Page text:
- Cigna on Tuesday announced a significant expansion of virtual care benefits to millions of its customers receiving coverage through their employer, as payers increasingly turn to digital channels to cut costs without sacrificing access.
- The payer, which acquired telemedicine vendor MDLive earlier this year, is integrating MDLive physicians into digital-first primary, dermatology, behavioral and urgent care. Starting in January, Cigna customers insured through their job will have access to MDLive's network for virtual primary care providers for routine care, sick visits, prescription refills or any needed follow-up care after a wellness visit, the Connecticut-based payer said.
- Cigna is also launching virtual-first health plans to select employers in 2022. The plans, which will initially be available to large, self-insured employers, include a $0 co-pay for access to MDLive primary care providers, chronic condition management and care navigation.
Cigna acquired MDLive in April as insurers increasingly seek to bring more health services in-house to offer more coordinated, longitudinal care offerings to clients, instead of making them seek out third-party tools. At the time, the payer said key goals for the buy were earlier identification and diagnoses of care needs, faster referrals to providers, and more convenient access to appropriate care sites and medication fulfillment.
The greater integration of MDLive services and physicians in Cigna's benefits for 2022 is a step toward those goals. The expanded access to primary care services, for one, builds on the virtual wellness program Cigna and MDLive launched last year that found a significant gap in primary care access.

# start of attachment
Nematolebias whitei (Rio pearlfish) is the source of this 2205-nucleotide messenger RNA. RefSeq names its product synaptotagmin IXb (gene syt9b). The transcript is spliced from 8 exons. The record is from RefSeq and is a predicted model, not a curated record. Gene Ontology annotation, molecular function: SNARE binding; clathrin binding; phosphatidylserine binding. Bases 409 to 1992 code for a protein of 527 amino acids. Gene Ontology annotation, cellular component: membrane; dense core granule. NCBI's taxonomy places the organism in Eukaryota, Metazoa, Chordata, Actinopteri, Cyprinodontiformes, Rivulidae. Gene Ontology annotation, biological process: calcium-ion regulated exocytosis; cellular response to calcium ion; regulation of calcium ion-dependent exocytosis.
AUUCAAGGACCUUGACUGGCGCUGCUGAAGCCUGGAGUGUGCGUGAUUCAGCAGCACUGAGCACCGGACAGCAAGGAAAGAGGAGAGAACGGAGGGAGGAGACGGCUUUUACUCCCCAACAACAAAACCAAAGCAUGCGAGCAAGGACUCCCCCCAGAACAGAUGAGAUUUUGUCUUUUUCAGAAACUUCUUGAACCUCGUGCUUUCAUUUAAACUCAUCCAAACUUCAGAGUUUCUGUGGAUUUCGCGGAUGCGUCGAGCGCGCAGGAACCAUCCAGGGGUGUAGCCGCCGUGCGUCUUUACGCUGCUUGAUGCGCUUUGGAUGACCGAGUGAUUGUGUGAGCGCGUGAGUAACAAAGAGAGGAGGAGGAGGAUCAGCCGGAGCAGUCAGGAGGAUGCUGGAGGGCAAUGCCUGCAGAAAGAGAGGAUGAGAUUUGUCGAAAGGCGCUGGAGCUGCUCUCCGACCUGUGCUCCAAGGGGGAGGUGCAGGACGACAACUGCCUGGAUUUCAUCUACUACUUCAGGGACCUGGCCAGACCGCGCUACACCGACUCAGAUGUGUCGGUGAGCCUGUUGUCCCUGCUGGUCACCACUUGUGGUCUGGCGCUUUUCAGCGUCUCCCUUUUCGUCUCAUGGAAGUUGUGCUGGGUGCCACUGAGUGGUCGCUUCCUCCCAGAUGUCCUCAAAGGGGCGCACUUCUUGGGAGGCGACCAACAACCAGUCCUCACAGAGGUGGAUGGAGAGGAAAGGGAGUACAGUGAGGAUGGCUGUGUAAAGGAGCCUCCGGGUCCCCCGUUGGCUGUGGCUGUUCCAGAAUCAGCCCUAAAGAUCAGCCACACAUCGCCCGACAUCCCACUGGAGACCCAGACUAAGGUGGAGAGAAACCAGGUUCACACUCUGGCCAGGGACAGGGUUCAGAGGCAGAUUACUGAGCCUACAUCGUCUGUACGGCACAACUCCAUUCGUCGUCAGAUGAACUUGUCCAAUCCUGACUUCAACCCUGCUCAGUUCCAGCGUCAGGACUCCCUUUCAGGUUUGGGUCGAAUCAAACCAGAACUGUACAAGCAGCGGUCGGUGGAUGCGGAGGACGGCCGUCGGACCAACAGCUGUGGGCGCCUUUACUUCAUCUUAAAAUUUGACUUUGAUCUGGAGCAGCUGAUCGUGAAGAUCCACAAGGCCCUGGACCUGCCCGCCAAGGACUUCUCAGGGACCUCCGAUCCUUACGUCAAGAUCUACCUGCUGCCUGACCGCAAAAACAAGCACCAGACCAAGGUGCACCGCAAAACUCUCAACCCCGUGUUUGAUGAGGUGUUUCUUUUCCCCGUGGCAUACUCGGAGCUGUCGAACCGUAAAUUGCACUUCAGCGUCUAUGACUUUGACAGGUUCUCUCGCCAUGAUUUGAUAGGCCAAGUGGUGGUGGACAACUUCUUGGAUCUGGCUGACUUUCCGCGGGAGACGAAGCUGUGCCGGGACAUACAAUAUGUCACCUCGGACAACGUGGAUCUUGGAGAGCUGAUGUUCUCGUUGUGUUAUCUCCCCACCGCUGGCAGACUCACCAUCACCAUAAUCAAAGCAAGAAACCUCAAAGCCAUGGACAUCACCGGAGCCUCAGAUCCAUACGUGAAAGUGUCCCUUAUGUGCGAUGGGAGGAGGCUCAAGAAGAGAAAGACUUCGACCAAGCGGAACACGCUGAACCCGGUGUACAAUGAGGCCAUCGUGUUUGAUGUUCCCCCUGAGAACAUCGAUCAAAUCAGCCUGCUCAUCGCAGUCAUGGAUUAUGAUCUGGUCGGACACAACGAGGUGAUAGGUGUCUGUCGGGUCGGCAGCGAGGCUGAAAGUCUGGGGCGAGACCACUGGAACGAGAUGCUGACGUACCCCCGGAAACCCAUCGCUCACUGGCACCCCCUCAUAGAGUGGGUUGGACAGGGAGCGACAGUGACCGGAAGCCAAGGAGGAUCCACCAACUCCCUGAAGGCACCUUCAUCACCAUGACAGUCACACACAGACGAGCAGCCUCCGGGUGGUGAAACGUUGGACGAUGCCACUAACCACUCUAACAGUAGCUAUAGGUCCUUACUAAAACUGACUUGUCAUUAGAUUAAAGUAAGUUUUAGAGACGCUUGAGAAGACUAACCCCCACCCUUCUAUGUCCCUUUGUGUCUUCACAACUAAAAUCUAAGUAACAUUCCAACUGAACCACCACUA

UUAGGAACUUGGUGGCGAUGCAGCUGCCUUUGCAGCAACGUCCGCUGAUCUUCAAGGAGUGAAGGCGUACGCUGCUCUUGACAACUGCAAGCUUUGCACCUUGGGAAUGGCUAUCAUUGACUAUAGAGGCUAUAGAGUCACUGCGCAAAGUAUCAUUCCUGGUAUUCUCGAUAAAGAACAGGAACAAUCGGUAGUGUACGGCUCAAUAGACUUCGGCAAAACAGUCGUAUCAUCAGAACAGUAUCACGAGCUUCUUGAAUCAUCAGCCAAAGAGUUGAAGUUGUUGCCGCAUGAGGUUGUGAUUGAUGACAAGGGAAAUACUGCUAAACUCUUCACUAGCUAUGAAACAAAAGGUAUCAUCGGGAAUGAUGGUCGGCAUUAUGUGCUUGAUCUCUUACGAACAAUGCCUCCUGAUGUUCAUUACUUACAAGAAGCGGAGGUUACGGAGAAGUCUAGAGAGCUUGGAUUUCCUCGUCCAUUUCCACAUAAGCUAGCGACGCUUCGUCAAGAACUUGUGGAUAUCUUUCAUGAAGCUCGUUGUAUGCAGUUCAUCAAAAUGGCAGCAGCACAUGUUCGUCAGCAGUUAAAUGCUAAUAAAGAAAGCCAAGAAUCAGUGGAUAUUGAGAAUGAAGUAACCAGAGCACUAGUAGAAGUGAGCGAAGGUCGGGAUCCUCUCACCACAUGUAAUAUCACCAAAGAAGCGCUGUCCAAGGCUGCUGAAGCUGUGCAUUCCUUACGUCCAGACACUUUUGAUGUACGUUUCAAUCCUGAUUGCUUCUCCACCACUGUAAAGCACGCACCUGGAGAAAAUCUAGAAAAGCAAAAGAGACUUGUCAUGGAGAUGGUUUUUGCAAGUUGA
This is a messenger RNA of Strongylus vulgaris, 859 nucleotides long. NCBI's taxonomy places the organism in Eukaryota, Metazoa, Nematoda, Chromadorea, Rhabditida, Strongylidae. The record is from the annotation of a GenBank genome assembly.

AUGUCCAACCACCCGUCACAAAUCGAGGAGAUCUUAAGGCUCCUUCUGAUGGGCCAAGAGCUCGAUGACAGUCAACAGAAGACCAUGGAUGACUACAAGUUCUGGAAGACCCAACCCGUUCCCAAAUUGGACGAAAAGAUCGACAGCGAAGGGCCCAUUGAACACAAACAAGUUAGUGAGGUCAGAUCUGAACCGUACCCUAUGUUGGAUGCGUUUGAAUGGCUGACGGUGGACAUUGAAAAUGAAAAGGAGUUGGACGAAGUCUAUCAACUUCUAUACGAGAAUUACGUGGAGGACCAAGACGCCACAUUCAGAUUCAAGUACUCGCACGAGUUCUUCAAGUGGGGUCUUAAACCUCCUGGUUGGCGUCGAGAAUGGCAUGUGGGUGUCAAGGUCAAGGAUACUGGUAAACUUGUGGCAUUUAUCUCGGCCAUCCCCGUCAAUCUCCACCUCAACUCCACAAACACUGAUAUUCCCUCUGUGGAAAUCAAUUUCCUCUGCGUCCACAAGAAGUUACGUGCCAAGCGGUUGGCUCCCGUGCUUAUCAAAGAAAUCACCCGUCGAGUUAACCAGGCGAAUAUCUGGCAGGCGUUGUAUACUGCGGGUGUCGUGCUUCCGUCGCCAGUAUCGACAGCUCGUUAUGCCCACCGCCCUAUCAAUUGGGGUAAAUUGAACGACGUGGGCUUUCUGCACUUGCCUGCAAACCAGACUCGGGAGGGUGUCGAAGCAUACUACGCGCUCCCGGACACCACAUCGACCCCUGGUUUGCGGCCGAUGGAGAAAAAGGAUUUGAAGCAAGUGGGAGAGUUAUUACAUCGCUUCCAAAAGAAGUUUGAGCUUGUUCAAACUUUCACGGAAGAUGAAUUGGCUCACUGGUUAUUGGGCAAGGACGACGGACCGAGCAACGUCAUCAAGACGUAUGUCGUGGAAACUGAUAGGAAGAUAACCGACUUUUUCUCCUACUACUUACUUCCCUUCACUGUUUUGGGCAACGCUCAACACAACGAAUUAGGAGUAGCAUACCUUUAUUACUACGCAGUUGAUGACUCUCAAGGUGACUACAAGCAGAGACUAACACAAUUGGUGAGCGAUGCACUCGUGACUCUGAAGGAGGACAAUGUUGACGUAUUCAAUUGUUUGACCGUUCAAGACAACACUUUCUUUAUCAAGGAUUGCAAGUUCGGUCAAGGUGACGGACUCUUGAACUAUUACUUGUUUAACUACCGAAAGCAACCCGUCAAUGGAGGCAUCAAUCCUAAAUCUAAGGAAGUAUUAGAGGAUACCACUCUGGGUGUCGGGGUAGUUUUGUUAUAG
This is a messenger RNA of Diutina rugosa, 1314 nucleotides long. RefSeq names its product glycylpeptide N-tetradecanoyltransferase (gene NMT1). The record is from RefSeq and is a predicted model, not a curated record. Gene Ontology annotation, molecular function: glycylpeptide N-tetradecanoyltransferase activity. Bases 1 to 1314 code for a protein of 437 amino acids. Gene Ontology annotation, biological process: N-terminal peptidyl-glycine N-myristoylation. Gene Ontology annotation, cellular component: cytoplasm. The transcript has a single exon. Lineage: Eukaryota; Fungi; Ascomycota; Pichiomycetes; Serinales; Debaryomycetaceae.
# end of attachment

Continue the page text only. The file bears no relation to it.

More than 75% of Cigna customers who had an MDLive virtual wellness screening in 2020 didn't have a primary care physician, while two-thirds identified a health condition as a result of the virtual screening, the payer said.
As part of the expanded benefits, MDLive providers will get access to customer's health information to track patient progress and make more informed recommendations, Cigna said. Patients can also be referred to other in-network specialists, and receive orders for lab work and biometrics at in-network facilities.
Cigna's new virtual-first health plans will launch next year for larger employers, but Cigna plans to expand to smaller sized and fully insured clients over time, subject to regulatory filings, the payer told Healthcare Dive.
Payers are increasingly looking to combine virtual and physical benefits in the same plan, seeking to offer patients additional access to primary care after more than a year and a half of the coronavirus. Proponents of such hybrid models tout how technology can be used to expand access to preventative care and screening, hopefully preventing downstream health complications.
Last week, diversified healthcare behemoth UnitedHealth said it plans to roll out a virtual-first primary care product by the end of this year, combining its Optum physician network with payer arm UnitedHealthcare's network offerings. Earlier this month, Teladoc made its virtual primary care pilot broadly available to commercial health plans, employers and other benefit sponsors nationwide.
Meanwhile, Amazon plans to expand its virtually enabled Amazon Care offering to a greater swath of the U.S. this year, including Dallas, Chicago, Philadelphia, Boston and Los Angeles.